2012 Indian anti-corruption movement
|It has been suggested that this article be merged with 2011 Indian anti-corruption movement. (Discuss) Proposed since November 2012.|
|2012 Indian anti-corruption movement|
|Date||25 March 2012 – 26 November 2012|
|Goals||Jan Lokpal Bill/The Lokpal Bill, 2011 enactment|
|Methods||Non violent protest|
Team Anna split and India Against Corruption forming Aam Aadmi Party|
Enactment of The Lokpal and Lokayuktas Act, 2013
The 2012 Indian anti-corruption movement was a series of demonstrations and protests across India intended to establish strong legislation and enforcement against perceived endemic political corruption. It was a revival of the 2011 Indian anti-corruption movement, which had ended on the last day of the winter session of the Rajya Sabha. The movement restarted with an initial mass gathering at Jantar Mantar, New Delhi on 25 March 2012.
The 2011 Indian anti-corruption movement continued into 2012. The figurehead was Anna Hazare, a social activist after whom Team Anna was named. One of the movement's main demands was the passing of legislation enabling an anti-corruption and enforcement ombudsman. Attempts to introduce some form of legislation, even though weaker than that demanded by the activists, had timed-out with the end of the parliamentary session on 27 December 2011. The government reintroduced the bill in the Rajya Sabha in February 2012 but the bill was not timetabled for debate and the session ended without this bill being passed.
Hazare declared that the protest movement would recommence and a mark of protest he sat on hunger strike on 25 March 2012 for one day. A month later, Hazare sat a token one-day fast focussed on remembrance of whistle-blowers such as Narendra Kumar and Satyendra Dubey who had died as a result of their support for the anti-corruption cause. On 3 June, Hazare undertook another one-day fast at Jantar Mantar, where he was joined by Ramdev, a yoga guru.
Jantar Mantar was the scene of an "indefinite" fast that began on 25 July and involved various members of Team Anna, although Hazare was not involved until four days later. The focus on this occasion was a protest against the government's refusal of an inquiry against the prime minister and 14 cabinet ministers, whom they had accused of corruption. The fast ended on 3 August. Three days later, Hazare announced that since the government seemed to be unready to enact the Jan Lokpal Bill, he and his fellow activists had decided to end their fast, to discontinue talks with the government and to cease any protests under the Team Anna name.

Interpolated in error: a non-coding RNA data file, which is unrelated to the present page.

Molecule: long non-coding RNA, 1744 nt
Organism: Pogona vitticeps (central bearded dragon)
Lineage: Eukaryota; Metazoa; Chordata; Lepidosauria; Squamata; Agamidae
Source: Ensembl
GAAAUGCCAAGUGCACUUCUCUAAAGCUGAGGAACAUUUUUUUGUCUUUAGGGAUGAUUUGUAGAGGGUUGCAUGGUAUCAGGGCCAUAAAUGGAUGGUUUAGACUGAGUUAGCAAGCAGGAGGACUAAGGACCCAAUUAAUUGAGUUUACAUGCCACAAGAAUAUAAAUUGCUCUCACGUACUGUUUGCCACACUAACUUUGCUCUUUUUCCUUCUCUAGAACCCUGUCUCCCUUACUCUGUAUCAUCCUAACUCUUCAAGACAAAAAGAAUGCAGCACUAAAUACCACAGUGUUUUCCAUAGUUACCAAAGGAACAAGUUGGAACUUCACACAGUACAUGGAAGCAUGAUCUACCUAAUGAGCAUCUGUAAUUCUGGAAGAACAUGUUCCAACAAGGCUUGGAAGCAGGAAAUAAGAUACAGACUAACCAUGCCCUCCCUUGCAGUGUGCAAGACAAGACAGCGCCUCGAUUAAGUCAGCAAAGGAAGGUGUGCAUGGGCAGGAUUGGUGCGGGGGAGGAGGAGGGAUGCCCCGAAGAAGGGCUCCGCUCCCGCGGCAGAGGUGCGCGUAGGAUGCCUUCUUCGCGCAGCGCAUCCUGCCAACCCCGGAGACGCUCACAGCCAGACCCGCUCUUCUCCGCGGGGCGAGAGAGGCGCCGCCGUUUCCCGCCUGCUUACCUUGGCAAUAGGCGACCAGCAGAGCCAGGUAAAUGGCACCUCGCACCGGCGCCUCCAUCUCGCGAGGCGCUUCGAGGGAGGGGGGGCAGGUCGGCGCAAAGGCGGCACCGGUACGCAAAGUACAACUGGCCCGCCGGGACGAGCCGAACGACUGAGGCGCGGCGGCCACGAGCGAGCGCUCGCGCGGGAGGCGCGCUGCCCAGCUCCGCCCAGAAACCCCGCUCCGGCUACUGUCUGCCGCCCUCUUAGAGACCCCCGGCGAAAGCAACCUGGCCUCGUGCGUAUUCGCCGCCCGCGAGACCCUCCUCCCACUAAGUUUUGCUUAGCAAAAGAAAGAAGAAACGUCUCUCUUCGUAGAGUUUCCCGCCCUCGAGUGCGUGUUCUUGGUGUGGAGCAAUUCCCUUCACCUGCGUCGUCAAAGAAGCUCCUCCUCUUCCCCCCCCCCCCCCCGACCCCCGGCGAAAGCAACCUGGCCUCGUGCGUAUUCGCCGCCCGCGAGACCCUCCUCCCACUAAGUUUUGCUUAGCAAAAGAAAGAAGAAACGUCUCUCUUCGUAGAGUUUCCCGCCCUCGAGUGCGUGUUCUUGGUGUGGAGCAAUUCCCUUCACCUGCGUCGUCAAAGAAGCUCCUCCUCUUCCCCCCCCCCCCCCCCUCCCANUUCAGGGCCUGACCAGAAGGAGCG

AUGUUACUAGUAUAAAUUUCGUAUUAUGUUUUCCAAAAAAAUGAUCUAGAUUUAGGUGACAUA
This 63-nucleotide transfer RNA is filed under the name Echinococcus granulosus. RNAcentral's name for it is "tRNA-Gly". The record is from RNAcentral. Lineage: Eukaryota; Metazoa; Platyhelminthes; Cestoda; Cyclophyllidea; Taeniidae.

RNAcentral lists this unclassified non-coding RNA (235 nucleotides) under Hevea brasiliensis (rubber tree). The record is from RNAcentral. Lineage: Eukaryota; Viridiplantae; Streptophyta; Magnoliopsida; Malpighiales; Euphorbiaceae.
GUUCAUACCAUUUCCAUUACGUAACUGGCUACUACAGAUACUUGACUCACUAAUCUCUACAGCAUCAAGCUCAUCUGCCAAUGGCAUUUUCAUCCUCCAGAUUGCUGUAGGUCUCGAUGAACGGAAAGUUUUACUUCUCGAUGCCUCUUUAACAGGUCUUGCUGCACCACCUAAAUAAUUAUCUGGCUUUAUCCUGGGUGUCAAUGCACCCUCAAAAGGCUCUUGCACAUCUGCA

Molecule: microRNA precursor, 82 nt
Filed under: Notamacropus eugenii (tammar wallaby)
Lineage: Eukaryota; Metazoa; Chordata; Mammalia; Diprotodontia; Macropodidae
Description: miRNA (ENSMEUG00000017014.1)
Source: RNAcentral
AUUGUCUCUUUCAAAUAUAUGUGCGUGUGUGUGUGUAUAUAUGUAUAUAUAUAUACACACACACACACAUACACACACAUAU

After failing to press government to pass The Lokpal Bill, 2011, the Team Anna split on issue of formation of political party. Anna Hazare and some others did not want to enter mainstream politics while Arvind Kejriwal led India Against Corruption opined to join politics. Arvind Kejriwal and others finally formed new political party, Aam Aadmi Party (AAP) on 26 November 2012. A year later, the party made its electoral debut in the 2013 Delhi legislative assembly election held in December 2013. It emerged as the second-largest party, winning 28 of the 70 seats. With no party obtaining an overall majority, the AAP formed a minority government with conditional support from the Indian National Congress. The AAP failed to pass Jan Lokpal Bill in Delhi assembly and resigned from the government after rule of 49 days. The President's rule imposed in the state for a year.
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